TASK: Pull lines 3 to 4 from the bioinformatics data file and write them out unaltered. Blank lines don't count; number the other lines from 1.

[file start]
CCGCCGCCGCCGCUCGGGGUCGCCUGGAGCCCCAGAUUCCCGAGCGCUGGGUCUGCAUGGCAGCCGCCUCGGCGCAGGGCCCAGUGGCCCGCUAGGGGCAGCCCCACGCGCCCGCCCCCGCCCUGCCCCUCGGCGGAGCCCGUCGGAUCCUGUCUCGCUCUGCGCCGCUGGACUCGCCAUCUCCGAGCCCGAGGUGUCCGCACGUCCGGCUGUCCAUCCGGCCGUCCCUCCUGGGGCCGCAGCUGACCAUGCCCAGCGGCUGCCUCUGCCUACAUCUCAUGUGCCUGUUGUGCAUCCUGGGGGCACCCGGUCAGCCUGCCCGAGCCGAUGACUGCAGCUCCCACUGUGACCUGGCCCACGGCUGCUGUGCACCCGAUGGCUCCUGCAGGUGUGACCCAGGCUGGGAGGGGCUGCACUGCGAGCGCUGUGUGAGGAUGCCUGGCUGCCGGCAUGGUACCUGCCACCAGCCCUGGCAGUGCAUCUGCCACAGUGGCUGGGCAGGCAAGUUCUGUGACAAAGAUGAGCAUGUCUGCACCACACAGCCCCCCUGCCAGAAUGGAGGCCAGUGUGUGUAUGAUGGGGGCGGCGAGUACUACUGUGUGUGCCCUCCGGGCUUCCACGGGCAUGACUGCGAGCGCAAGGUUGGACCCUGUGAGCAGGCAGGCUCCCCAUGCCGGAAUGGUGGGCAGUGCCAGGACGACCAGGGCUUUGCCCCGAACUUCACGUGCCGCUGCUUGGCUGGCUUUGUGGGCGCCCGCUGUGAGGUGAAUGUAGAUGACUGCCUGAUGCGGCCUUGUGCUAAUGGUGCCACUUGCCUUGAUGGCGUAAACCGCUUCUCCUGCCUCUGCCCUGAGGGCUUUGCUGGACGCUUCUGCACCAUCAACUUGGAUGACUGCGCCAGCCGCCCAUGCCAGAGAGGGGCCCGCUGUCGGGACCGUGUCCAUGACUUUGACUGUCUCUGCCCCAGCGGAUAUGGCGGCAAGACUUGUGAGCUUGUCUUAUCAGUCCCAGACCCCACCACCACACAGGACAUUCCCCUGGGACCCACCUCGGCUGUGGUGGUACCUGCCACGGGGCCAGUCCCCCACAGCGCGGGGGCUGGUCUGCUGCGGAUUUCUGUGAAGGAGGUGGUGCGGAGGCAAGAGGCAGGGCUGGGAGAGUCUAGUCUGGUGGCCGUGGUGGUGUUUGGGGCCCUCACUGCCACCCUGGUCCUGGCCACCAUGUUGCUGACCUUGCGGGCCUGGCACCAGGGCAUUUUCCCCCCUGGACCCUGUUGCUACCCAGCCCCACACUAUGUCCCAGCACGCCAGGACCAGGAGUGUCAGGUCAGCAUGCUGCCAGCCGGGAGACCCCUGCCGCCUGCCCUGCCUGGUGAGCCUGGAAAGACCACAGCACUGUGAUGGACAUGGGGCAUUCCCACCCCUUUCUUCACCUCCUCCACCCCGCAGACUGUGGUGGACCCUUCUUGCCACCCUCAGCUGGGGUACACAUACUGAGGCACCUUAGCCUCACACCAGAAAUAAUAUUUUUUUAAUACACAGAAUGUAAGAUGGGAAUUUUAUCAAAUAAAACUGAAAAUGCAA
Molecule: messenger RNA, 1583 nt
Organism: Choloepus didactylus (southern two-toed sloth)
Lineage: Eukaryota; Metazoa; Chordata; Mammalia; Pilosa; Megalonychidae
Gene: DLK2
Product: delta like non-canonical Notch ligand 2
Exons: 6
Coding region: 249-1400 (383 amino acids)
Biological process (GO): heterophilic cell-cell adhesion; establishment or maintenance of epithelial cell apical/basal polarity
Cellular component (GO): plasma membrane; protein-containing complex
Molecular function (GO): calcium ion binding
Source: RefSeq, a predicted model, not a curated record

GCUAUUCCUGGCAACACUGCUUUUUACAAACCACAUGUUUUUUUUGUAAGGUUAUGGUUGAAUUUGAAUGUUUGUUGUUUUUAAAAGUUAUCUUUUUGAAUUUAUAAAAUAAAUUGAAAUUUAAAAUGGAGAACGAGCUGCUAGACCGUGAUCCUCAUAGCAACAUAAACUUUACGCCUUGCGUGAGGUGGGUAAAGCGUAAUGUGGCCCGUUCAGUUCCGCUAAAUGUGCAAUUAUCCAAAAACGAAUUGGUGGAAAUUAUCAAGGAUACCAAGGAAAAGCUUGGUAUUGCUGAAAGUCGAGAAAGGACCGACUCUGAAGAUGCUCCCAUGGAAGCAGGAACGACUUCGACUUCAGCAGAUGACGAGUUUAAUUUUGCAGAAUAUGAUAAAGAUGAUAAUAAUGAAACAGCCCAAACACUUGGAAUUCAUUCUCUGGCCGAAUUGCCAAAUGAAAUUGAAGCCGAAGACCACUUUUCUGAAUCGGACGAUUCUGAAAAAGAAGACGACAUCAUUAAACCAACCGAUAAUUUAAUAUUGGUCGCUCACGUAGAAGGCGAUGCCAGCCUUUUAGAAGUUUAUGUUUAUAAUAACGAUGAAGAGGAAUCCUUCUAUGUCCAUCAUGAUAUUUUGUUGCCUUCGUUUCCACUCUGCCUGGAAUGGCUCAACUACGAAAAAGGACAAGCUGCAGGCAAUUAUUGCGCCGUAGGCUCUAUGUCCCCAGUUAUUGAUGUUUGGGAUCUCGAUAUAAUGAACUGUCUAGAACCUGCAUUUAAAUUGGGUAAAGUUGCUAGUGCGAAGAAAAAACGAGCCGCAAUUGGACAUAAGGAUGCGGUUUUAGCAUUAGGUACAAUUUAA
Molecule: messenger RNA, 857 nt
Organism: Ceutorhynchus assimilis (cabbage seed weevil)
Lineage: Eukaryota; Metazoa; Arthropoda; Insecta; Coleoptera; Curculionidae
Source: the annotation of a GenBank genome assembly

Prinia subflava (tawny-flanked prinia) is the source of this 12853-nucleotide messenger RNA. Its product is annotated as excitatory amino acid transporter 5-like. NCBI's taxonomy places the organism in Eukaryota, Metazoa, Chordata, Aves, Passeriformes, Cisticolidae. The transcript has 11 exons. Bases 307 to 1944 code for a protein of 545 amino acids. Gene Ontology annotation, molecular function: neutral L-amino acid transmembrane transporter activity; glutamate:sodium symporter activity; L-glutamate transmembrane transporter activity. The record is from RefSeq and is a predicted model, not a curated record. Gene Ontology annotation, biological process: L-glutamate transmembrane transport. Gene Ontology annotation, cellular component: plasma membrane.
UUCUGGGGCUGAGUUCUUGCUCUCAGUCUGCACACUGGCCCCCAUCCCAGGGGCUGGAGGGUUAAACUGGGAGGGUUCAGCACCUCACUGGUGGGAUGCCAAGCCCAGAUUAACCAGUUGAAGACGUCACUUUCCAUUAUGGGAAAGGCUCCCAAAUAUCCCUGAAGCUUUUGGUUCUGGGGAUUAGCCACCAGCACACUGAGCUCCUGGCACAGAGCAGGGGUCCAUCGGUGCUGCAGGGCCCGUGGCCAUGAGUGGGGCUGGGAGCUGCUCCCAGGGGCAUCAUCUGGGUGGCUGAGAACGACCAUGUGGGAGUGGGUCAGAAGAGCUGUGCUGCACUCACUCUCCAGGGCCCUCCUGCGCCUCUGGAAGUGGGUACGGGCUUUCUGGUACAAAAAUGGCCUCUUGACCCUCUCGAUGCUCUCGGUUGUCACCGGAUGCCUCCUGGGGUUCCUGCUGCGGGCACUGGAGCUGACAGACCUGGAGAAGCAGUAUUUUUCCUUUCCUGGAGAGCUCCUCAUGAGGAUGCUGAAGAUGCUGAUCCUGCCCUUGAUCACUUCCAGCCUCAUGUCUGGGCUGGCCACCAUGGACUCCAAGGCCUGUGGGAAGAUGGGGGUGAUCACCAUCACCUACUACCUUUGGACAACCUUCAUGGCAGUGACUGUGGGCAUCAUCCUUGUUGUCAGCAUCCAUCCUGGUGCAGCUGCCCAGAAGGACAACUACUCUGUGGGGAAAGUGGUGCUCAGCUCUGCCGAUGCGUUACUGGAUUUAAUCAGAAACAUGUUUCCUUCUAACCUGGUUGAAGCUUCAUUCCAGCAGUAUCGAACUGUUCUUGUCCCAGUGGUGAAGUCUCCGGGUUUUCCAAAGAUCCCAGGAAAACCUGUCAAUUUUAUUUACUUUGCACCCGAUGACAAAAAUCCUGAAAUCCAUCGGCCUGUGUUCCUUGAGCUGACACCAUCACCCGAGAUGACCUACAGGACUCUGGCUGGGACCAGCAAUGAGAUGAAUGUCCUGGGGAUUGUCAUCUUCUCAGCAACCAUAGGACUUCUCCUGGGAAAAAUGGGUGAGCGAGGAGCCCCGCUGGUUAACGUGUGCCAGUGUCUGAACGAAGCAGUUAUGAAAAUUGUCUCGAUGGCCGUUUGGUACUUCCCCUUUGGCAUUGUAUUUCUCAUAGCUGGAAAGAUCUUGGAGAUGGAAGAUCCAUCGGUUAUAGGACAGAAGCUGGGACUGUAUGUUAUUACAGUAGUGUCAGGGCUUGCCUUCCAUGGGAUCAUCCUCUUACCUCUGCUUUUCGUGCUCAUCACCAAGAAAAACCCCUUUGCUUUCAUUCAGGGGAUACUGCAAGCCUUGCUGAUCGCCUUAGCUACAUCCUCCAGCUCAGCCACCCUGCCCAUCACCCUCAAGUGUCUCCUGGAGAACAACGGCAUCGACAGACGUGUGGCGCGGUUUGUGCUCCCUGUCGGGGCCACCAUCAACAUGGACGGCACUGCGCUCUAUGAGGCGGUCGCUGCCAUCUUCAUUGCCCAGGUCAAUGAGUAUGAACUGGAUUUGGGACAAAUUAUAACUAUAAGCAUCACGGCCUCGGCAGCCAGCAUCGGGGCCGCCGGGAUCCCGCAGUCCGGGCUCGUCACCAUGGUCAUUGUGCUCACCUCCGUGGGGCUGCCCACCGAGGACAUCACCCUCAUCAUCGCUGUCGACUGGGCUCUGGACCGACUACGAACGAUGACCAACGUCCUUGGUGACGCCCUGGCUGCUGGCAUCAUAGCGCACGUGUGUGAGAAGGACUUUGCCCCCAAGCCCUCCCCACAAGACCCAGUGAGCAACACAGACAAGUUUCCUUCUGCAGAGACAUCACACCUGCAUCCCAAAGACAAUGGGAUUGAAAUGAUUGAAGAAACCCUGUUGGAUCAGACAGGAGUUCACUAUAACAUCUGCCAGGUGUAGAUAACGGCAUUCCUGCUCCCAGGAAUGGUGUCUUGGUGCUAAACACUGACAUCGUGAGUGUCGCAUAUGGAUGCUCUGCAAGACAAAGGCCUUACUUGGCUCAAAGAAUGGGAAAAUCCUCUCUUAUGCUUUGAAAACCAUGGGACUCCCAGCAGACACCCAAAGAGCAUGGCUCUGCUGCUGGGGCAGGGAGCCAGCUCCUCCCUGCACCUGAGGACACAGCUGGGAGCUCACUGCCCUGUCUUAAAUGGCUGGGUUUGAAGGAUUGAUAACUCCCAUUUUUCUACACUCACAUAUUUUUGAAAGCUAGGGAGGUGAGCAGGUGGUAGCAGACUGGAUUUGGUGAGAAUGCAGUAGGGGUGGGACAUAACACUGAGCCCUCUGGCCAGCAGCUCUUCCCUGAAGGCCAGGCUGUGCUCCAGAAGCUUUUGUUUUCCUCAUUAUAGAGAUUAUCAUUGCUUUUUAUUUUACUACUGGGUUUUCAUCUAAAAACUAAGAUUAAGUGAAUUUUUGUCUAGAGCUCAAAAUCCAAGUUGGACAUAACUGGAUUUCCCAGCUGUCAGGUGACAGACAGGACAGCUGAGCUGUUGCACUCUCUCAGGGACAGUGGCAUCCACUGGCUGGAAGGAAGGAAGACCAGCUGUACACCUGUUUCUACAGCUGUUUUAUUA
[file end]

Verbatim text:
Organism: Choloepus didactylus (southern two-toed sloth)
Lineage: Eukaryota; Metazoa; Chordata; Mammalia; Pilosa; Megalonychidae